News

OVERNIGHT ENERGY:  EPA announces new clean air advisors after firing Trump appointees |  Senate confirms Biden pick for No. 2 role at Interior | Watchdog: Bureau of Land Management saw messaging failures, understaffing during pandemic

HAPPY THURSDAY! Welcome to Overnight Energy, your source for the day’s energy and environment news. Please send tips and comments to Rachel Frazin at rfrazin@thehill.com . Follow her on Twitter: @RachelFrazin . Reach Zack Budryk at zbudryk@thehill.com or follow him at @BudrykZack

Today we’re looking at the EPA’s reconstituted Clean Air Scientific Advisory Committee, confirmations of Interior and NOAA officials and a report on the pandemic’s impacts on the Bureau of Land Management.

AFTER THE CASAC SACKINGS (CASACKINGS?):  EPA announces new clean air advisors after firing Trump appointees 

The Environmental Protection Agency (EPA) announced new members of a clean air advisory group after taking the unusual step of dismissing the panel’s prior members, who were appointed under the Trump administration. 

In a statement, the agency announced the seven members of the Clean Air Scientific Advisory Committee (CASAC), which provides independent advice on technical aspects of air quality standards. 

Guess who’s back, back again. Two of the members are Trump appointees who returned to the committee after being dismissed by Administrator Michael ReganMichael ReganEPA to reconsider Trump decision not to tighten soot air quality standards GM asks for flexibility in meeting emissions target EPA to revise Trump rollback to water pollution protections MORE earlier this year.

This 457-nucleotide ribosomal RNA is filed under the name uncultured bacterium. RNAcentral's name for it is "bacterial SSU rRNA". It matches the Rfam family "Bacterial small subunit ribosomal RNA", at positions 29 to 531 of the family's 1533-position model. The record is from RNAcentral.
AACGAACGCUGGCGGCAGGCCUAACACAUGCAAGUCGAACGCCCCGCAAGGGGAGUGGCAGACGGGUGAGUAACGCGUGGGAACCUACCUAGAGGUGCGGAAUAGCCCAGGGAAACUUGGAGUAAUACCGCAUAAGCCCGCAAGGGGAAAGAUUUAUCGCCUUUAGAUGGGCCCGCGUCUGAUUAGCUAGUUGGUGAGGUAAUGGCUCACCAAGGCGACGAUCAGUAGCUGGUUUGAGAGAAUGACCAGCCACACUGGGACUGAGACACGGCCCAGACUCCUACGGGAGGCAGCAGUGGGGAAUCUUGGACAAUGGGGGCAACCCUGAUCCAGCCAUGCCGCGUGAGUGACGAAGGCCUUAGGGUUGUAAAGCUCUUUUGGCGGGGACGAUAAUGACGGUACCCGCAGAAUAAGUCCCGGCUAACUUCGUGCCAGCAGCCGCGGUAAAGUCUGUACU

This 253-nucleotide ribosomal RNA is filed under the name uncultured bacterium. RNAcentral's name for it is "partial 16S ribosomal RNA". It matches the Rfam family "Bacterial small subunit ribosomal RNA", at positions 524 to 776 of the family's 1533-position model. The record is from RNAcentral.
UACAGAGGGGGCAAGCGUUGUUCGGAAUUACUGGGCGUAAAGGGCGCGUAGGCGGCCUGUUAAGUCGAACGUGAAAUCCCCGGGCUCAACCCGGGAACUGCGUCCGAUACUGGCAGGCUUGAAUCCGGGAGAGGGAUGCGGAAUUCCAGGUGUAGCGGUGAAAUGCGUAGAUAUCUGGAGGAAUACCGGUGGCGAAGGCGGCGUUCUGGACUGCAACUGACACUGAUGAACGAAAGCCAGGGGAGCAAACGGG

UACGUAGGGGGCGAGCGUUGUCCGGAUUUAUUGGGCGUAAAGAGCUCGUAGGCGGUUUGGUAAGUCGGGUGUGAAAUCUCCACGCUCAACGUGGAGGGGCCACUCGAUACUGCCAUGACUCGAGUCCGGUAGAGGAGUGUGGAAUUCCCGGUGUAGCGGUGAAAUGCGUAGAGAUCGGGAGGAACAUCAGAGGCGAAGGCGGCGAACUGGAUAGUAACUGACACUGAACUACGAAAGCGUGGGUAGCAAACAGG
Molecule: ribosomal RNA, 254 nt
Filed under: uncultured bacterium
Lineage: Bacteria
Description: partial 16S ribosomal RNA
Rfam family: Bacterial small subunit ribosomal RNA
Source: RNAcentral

James Boylan works in air protection at the Georgia Department of Natural Resources. Mark Frampton is a professor emeritus in pulmonary and critical care at the University of Rochester Medical Center.

Some backstory: Other Trump administration committee picks came under scrutiny for industry ties.

Read more about the reconstituted panel here

 

FIRMLY CONFIRMED: Senate confirms Interior No. 2, NOAA administrator

Like a pencil, he’s No. 2: The Senate confirmed President BidenJoe BidenJapan to possibly ease COVID-19 restrictions before Olympics 14 Republicans vote against making Juneteenth a federal holiday China supplies millions of vaccine doses to developing nations in Asia MORE’s pick for the No. 2 role at the Interior Department on Thursday with broad bipartisan support, but opposition from one progressive and a handful of Republicans.

Senators voted 88-9 to confirm Tommy Beaudreau as deputy Interior Secretary, with eight Republicans and Sen. Bernie SandersBernie SandersSanders opposes Biden Interior nominee in procedural vote Briahna Joy Gray on how Sanders changed the healthcare conversation Sanders ‘delighted’ DeSantis asked White House to import Canadian prescription drugs MORE (I-Vt.) opposing the nomination.

The progressive didn’t want the nomination to progress…Sanders’s office told The Hill that the senator voted against Beaudreau because of his ties to oil companies.

Beaudreau has come under criticism from progressive groups for working with companies like French oil giant Total. 

President Biden nominated Beaudreau after pulling back his previous nominee, Elizabeth Klein, amid reported opposition from Senate moderates.

I NOAA guy: The National Oceanic and Atmospheric Administration (NOAA) on Thursday got a Senate-confirmed leader for the first time since 2017.

The Senate approved Richard Spinrad’s nomination to lead the oceans and weather agency by a voice vote, signaling that his nomination was noncontroversial. 

In addition to leading NOAA, Spinrad will also serve as the Commerce Department’s undersecretary for oceans and atmosphere.